Tarrant: It is hard to know quantity so I don’t know, but anecdotally I hear more conversations around feminist issues whether or not people are calling them feminist. In one of the sections in Men and Feminism, I talk about men identifying as feminist. Some don’t because they reject the concept and some never thought they were invited or they feel excluded. Some men say that feminism is a title for women to use and that they can only be allies. There are a variety of approaches people take and what I offer in the section are the approaches people take and the way they describe themselves. Bottom line, I personally don’t have a heavy investment in what people call themselves because what I am more concerned about is doing the gender justice work. I don’t think there is anything wrong with the word feminism and I invite anybody to feel comfortable with it but if people are getting stuck on it, set it aside for the moment and go back to it later but do the work now.

TCJWW: Men and Feminism was published in 2009. Have you seen a change in the involvement men have had since then? If so, can you give an example?

Tarrant: Yes, I have seen a change and it is very interesting. In 2009, when the book came out, there were no Tumblr devotees to feminism, such as Ryan Gosling is now. I saw more conversations on Facebook. For example, random dudes on Twitter would tag me and want to engage. Those are personal stories, but that wasn’t even happening as much. I now get media calls from national media organizations about what I think in regards to men and feminism… that wasn’t happening before. I had a male journalism student ask me about men and sexual violence because he was writing a story. The conversation I would have been having years ago would have been different because people would be presuming that we are talking about women and I’d be saying it is also really important to include men in this.

TCJWW: In your book, you define feminism as a social movement that seeks equality of opportunity for all people, regardless of gender. When there isn’t equality of outcome, feminism wants to know why. Why do you feel men are still very reluctant to get involved in the movement when they have so many women in their lives, whether it be mothers, sisters, cousins, girlfriends, or wives?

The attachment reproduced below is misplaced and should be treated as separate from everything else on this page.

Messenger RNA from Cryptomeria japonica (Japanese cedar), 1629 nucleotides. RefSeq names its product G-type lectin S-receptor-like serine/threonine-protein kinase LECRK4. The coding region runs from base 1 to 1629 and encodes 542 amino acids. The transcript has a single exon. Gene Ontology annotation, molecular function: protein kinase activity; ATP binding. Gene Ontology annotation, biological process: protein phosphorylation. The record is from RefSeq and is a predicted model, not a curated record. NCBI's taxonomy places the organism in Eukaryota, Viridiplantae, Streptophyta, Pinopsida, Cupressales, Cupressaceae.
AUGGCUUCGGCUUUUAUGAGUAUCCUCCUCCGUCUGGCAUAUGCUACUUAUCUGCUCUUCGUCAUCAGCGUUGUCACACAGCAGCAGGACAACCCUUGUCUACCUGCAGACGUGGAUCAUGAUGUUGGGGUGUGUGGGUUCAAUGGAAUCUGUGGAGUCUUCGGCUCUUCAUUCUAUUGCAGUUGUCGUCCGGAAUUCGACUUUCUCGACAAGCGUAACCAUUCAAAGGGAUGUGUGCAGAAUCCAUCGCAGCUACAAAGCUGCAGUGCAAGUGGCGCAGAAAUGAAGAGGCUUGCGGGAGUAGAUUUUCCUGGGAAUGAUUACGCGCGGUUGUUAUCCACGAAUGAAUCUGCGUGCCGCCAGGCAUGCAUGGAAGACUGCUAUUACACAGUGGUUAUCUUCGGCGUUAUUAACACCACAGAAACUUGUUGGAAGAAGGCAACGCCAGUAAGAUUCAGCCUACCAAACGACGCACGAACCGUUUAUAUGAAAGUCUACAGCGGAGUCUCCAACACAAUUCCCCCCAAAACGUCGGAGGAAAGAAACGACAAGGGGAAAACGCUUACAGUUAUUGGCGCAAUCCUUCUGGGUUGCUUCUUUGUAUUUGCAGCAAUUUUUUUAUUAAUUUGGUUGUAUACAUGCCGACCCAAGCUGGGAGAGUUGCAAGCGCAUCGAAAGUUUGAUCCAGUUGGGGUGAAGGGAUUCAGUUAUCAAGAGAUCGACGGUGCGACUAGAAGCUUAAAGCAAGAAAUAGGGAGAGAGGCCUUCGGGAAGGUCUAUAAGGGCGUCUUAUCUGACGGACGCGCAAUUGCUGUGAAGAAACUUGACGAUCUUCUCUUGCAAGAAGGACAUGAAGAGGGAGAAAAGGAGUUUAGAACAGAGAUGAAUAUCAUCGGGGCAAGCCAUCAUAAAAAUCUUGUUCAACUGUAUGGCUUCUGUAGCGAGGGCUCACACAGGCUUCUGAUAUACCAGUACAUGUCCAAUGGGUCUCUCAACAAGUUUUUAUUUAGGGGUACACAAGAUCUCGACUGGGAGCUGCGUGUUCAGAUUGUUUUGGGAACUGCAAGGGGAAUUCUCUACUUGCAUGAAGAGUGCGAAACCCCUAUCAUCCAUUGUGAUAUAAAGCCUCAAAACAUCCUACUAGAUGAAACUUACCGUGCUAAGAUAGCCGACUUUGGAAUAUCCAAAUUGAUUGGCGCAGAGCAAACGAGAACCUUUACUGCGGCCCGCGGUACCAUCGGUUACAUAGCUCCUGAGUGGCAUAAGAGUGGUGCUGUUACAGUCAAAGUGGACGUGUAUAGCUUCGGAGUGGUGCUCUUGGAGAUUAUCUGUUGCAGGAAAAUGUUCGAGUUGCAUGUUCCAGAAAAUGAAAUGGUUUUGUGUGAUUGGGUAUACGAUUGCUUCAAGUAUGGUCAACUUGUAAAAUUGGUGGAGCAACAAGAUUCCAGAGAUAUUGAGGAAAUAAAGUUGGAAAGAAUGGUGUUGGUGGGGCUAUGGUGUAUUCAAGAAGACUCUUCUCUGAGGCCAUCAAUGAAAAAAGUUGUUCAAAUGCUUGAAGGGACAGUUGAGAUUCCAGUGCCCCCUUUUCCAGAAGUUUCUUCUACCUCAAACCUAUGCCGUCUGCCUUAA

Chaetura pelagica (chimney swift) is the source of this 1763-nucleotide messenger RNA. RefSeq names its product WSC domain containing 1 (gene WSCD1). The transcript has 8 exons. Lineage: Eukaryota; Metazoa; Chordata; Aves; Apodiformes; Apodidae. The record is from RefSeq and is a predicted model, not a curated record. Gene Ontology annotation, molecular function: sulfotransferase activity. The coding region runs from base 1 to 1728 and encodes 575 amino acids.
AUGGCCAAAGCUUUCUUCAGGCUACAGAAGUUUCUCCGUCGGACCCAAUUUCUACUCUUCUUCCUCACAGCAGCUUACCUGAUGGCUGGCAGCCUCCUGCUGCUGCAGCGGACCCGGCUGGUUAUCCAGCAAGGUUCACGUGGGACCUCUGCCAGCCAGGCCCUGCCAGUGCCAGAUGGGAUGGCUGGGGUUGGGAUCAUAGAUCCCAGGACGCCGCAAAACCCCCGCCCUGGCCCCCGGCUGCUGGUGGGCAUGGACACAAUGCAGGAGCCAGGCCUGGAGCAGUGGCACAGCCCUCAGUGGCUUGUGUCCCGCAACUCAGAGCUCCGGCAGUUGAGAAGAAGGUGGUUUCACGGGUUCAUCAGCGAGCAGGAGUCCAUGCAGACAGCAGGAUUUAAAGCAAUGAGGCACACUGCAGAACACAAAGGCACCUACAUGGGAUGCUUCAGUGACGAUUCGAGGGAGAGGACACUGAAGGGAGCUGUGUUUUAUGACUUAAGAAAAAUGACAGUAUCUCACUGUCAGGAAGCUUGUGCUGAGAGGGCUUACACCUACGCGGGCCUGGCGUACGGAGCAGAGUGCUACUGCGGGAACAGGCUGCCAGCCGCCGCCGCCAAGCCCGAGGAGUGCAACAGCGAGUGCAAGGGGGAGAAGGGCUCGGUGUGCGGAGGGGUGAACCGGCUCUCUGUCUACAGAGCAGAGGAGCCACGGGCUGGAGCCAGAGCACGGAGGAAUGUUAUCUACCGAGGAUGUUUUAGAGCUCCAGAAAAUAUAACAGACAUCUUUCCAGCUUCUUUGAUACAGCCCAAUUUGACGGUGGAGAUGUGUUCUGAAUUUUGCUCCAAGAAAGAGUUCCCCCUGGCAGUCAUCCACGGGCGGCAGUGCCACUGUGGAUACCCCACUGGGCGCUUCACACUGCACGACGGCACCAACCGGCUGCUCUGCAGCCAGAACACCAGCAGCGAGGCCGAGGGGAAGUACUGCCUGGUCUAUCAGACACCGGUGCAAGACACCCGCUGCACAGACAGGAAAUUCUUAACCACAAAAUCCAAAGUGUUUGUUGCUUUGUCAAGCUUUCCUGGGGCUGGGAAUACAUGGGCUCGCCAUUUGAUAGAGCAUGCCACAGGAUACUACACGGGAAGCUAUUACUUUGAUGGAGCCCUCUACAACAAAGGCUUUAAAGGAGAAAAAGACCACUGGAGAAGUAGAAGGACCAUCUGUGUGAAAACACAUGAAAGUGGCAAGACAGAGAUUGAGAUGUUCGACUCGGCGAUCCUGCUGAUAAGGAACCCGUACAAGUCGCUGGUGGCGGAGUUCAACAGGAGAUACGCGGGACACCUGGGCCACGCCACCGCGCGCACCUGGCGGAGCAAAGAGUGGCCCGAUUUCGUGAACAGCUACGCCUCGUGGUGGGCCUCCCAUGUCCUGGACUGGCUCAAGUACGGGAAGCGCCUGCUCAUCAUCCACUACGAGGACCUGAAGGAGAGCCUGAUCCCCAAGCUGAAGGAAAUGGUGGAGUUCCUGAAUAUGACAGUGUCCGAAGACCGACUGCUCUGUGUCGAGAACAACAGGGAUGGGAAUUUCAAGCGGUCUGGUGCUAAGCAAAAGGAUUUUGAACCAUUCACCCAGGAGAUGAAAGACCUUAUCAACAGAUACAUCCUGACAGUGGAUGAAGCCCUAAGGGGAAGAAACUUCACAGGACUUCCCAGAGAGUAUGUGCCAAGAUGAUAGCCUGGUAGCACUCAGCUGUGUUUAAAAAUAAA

Tarrant: I think there are several reasons and I think people are generally reluctant to get involved in politics. People get busy in their own lives so just the practical aspect—having to make a living, have a family, go to school—takes time from being involved. On top of it, feminism is not only politics but it’s politics that are deeply personal. There is a huge risk for men who get involved with feminist politics. In an organic campaign, no one is going to ask them if they are a homosexual. With feminist politics, they risk questions about their own masculinity. In a sexist culture, it makes it really hard sometimes. I think a lot of the time it just doesn’t occur to men that they can—and ought to—be involved not because they are bad people or because they are sexist, it just doesn’t cross their mind because it hasn’t occurred to them that this is something that affects all people.

TCJWW: Your work on gender issues, masculinity, pop culture, and sexual politics have been featured on various global media outlets. Where do you see yourself next?

Tarrant: Well, I can tell you what is happening next. I have a book coming out in January 2015. It includes some of the most current research in pornography because there are a lot of freak outs about it but not a lot of data. This is intended to contribute and improve conversation. I have another book about sexual politics coming out August 2015 and that is really geared towards college students. There are some really provocative ideas about sexual assault, sex in social media, Tinder as being good or bad—you know, all kinds of stuff. I am also working on a third book that will be out later, which is also about pornography, under contract with Oxford University. Those are the three things I know are happening and of course I see myself continuing to teach and working with other things I am involved in such as I will also continue talking to media and students.